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Mrs. Melissa Kelly
writing lab clinician
Writing Lab Volunteer Training (coming soon!)
The Writing Lab has a Writing Clinician, who is an English teacher, Mrs. Melissa Kelly. She is available to help the students become familiar with the writing process and the strategies which will help them in their writing. In addition, the Writing Clinician will help the students utilize the available software to improve his writing and learning. However, the student will remain the author of his own documents.
Each student who uses the Lab makes individual progress. Writing-to-learn opportunities are provided across the curriculum, and every child has the opportunity to grow and to experience success as a writer. Please exercise understanding as most teachers request that papers be processed in the Writing Lab rather than at home. This request maximizes the child's opportunity to take advantage of the writing strategies and the content expertise offered by the child’s teacher and the Writing Clinician. Processing, revising, and editing in the Lab demonstrate the child's understanding of the writing process. You may wish to help your child by conferencing with him at home. For most writing assignments, a conferencing sheet, which has been coordinated to the teacher's assignment and evaluation, is available.
Please remember that the Writing Lab is located in Room 102 and is available to all students and teachers. Full classes are scheduled to word process, revise, edit, and print writing projects. Any student may use the Lab for across-the-curriculum and personal writing. The Lab serves all students of all ability levels and is open during the day Monday-Thursday from 7:45 a.m. to 3:35 p.m. and Fridays from 7:45 a.m. to 3:00 p.m.
All students are encouraged to use the many writing resources in the Lab. For their convenience, a Writing Tip Book filled with word banks, revision strategies, works cited forms, editing rules, and formatting and computing guidelines is available at each computer. Each student will receive a copy of the newly revised Writing Tip Book to take home and to keep. Students are encouraged to follow the directions for writing activities, not only to facilitate student Lab use but also to lead to better writing, the goal of the Jefferson Middle School Writing Lab.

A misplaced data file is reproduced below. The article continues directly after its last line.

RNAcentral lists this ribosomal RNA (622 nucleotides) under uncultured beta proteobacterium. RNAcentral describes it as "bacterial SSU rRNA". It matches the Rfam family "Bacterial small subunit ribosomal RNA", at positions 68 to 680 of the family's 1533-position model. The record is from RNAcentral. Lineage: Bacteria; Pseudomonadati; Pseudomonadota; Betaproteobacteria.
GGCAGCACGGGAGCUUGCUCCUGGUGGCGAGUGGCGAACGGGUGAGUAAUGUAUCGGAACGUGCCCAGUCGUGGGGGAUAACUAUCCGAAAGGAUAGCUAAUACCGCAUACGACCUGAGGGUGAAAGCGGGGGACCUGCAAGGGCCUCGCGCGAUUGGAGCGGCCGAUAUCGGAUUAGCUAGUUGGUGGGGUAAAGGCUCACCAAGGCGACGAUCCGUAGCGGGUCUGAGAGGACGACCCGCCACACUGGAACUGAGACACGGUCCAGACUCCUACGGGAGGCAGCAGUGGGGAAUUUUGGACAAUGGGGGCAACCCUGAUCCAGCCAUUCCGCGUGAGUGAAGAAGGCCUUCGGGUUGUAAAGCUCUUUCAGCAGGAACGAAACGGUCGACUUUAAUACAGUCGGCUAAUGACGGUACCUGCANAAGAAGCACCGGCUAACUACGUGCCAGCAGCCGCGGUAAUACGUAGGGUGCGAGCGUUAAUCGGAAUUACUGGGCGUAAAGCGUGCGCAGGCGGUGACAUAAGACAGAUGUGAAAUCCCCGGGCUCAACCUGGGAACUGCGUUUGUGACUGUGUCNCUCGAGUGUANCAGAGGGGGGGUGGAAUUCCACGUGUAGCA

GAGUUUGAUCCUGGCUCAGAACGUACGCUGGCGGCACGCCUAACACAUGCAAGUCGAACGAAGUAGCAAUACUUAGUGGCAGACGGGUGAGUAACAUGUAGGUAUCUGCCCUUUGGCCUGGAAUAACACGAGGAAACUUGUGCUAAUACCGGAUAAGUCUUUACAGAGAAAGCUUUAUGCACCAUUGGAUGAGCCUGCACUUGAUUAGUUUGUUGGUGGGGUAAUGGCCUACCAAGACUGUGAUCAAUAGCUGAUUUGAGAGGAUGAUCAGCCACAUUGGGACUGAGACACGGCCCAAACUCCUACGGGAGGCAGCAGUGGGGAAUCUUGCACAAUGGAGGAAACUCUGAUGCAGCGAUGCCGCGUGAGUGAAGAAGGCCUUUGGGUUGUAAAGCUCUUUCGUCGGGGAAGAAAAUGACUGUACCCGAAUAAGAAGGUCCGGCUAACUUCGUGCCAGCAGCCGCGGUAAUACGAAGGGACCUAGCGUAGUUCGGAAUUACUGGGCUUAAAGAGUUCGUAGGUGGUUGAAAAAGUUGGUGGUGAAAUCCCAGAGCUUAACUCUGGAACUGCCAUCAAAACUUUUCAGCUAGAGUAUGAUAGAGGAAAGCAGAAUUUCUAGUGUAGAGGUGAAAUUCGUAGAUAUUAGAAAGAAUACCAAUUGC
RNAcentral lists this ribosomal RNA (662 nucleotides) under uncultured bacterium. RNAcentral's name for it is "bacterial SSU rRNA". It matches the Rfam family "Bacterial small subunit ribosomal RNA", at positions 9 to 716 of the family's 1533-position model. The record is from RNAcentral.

That’s a Good Question!
Parents sometimes ask, “What is the rationale behind middle level students completing their writing process activities in school?” Usually, students are permitted to take copies of their work home, and they are often encouraged to have revision and editing conferences with an adult as well as with a peer. However, most writing process assignments are word processed in school for several reasons.
- More important than focusing on the product, students are focusing on practicing the writing process. As a result, teachers want to observe the process and offer strategies along the way.
- A child learns from being physically involved with word processing text. More revision takes place if a child can word process, conference, revise, conference again, and edit as a circular, on-going process, a possibility if he is word processing in school and saving on the network.
- If a child works at home, he may possess an “I-am-finished” attitude that undercuts a desire for deep revision, one of the most important goals. If the child does not work at school, moreover, the student is unable to participate in the strategies and resources offered for revision and editing.
- Practicing the process in school offers students the opportunity to learn to be a part of a writing community, to collaborate, to conference, to suggest—qualities employed in real world writing.
- Writing assignments are specifically targeted to teach particular skills which are outlined on a rubric and reinforced by the teacher and the writing clinician during the class and lab time.
- Completing projects in school teaches valuable time management skills to middle level students.
- Offering the children time to complete the writing in school avoids conflicts with the family computer and crises with the “untimely death” of the toner cartridge.